Think of all the meetings. Think of all the photo opportunities. Think of all the silly things a President has to do. Think of all the many things he must somehow keep track of — Social Security, Katrina, the ice in the Arctic, the level of army re-upping, the Leave No Child behind business, and hundreds of other things.
Then look at Bush. Look at how he led his heedless life before he became President. Do you have the feeling he had studied history? Do you have the feeling that he is now well-versed in what he should be well-versed in? Do you think he can think — beyond, that is, a certain not-adequate-to-the-task level? What do you think of his aides — the ones that so impress him? Do they impress you? Do they strike you as able to have mastered the matter of Islam, and the instruments of Jihad? How much of Bat Ye’or do you think Condoleeza Rice has read? What do you think she thinks of when she hears the word “Hadith” or the phrase “uswa hasana”? Do you think the idea of Jihad through Da’wa and demographic conquest of Western Europe is a subject of constant attention at the White House — or a subject that never comes up? Do you think the Pentagon has an office devoted entirely to propaganda intended to raise the level of awareness among non-Arab Muslims about Islam as a vehicle for Arab supremacism?
You don’t? Of course not. Bush remains both ignorant of the sources, the scope, and the full menace of the Jihad, and he certainly has not allowed the American government to conduct the kind of all-out propaganda, including making use of clever defectors from Islam, that is called for. He lacks imagination. He lacks broad cultivation. He is not able to articulate cleverly the problem — referring to Islam synecdochically, for example, by using the word “Jihad” and claiming to be fighting “only those few Muslims” who “believe in Jihad to spread Islam until it covers the globe.” (What will Muslims do then? Deny it? Own up to it?) He apparently thinks what counts is the level of economic development, the end to poverty, the GDP, the GNP. He’s an economic determinist. And so are those who applaud the war in Iraq (not to mention his sentimentalism and heedlessness about immigration) — David Brooks, My Weekly Standard, the editorial board of The Wall Street Journal. They can’t quite grasp Islam. It doesn’t fit what they know about the world.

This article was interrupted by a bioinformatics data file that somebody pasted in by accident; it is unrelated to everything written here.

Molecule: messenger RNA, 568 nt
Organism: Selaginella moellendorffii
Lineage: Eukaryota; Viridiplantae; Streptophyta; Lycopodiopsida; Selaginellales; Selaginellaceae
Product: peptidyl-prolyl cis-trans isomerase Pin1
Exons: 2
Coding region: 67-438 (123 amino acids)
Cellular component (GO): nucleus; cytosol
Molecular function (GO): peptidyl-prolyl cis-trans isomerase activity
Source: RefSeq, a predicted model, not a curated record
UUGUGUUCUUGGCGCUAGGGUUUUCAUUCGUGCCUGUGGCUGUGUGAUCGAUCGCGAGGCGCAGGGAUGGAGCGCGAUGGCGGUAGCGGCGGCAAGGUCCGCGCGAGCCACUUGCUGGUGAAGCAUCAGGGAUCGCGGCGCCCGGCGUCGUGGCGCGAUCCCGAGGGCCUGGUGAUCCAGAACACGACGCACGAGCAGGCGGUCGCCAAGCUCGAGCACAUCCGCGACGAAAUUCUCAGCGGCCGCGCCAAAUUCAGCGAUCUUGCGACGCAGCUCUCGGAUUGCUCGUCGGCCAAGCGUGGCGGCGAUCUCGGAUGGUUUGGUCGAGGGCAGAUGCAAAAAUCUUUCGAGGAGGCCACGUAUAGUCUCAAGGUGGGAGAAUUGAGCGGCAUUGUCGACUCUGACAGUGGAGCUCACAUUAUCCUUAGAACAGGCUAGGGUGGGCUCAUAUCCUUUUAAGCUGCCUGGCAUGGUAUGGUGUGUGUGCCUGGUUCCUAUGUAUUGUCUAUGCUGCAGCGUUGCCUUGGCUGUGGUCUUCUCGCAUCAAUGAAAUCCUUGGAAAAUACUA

As for the complete dismissal of every single Democrat, that too is foolish. It may be that those who want to get off oil want to do so for only one reason (and that reason is a perfectly sensible one): to save the environment. So what? The effect in diminishing Arab and Muslim revenues will be the same. And it may be that some Democrats wish to leave Iraq for the wrong reasons, but so what? If we leave, the right result — those sectarian and ethnic divisions — will start to work their magic. And it will be magic as far as we, the Infidels, are concerned, even if the result does not please even those very nice, very plausible, Shi’a Muslims whose interests diverge from ours, for they do not want to be forced to see Islam for what it is, they do not want to divide and demoralize the world of Islam, they do not want the Infidels to begin to halt and reverse Muslim migration, they do not want to have their views discounted because they are Muslims. Such people as Chalabi and Allawi in Iraq, or Fouad Ajami here, may be very nice. Ajami, after all, has two sons at West Point. And he is wonderful on Edward Said, and a truthteller on Israel. But that is no longer enough. Now the interests of the Infidels, and of even the nicest Muslims, diverge, and we must work to save ourselves, not to redo the Middle East for that handful of entertaining, soft-spoken, funny, altogether delightful Muslims. A different world now. This chase has a beast in view.
Concede victory, and get out. We won.